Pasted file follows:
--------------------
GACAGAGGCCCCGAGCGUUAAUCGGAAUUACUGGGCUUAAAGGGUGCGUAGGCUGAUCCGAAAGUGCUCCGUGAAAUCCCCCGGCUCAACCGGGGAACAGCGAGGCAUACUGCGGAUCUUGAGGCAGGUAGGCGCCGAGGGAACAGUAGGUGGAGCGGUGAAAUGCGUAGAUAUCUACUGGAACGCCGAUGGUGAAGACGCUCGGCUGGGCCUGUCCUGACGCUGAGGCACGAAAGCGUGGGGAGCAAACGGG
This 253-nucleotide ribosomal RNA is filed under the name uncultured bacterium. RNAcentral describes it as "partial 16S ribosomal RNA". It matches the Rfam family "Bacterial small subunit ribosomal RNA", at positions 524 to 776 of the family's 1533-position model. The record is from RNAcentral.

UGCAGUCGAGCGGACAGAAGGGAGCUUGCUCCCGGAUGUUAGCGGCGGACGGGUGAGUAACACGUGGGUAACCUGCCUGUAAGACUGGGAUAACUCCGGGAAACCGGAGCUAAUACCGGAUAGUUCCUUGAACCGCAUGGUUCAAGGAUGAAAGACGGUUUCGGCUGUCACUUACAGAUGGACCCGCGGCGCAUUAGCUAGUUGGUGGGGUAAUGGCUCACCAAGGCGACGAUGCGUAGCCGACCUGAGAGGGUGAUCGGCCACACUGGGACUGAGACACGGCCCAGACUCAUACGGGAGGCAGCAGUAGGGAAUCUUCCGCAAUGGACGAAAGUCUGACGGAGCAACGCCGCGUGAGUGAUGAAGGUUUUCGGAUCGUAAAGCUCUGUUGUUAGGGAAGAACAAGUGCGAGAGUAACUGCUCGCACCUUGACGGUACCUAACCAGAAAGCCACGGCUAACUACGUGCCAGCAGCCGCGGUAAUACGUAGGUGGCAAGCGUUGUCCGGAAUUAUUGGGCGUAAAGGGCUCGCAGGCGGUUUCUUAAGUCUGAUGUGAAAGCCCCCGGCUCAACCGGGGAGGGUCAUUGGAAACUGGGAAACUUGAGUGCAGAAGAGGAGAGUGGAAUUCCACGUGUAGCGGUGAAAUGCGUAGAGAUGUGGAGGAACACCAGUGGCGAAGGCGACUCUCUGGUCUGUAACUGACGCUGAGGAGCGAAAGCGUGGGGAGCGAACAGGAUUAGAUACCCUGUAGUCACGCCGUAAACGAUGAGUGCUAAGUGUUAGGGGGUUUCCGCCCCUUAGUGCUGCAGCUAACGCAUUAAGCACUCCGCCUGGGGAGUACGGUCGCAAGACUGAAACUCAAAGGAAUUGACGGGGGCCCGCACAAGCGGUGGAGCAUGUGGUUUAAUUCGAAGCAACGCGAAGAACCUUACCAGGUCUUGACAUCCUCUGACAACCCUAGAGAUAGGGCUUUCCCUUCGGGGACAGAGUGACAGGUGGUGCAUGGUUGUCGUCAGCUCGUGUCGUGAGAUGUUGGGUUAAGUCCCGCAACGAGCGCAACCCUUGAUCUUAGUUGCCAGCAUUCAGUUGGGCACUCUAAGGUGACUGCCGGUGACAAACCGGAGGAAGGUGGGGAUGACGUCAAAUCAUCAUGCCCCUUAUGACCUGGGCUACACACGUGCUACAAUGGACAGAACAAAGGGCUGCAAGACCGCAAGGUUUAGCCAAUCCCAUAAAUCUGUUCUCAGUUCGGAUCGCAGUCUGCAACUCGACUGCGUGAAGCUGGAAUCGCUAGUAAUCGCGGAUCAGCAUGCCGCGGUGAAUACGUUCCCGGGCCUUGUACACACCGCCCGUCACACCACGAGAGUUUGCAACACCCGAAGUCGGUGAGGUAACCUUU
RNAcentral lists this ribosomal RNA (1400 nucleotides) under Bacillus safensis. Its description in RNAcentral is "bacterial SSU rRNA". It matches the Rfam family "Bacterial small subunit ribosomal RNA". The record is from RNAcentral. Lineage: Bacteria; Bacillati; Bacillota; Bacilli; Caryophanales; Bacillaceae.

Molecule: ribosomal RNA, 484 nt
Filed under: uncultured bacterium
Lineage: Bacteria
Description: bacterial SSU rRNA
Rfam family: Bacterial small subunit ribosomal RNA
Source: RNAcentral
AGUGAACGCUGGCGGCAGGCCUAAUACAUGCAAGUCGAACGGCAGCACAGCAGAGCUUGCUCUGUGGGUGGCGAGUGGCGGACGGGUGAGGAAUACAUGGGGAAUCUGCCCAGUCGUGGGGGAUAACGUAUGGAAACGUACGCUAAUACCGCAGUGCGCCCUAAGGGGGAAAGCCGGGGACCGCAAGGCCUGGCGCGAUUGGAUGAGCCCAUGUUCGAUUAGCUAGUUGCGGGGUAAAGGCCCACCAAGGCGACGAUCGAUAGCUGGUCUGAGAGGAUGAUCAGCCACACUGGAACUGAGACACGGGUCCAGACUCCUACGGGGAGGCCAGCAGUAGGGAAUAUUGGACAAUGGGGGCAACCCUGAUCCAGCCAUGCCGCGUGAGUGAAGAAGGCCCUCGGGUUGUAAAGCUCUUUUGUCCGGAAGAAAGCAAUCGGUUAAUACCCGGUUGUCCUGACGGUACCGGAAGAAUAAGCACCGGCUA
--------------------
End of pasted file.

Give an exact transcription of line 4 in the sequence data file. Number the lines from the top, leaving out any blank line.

RNAcentral lists this ribosomal RNA (1400 nucleotides) under Bacillus safensis. Its description in RNAcentral is "bacterial SSU rRNA". It matches the Rfam family "Bacterial small subunit ribosomal RNA". The record is from RNAcentral. Lineage: Bacteria; Bacillati; Bacillota; Bacilli; Caryophanales; Bacillaceae.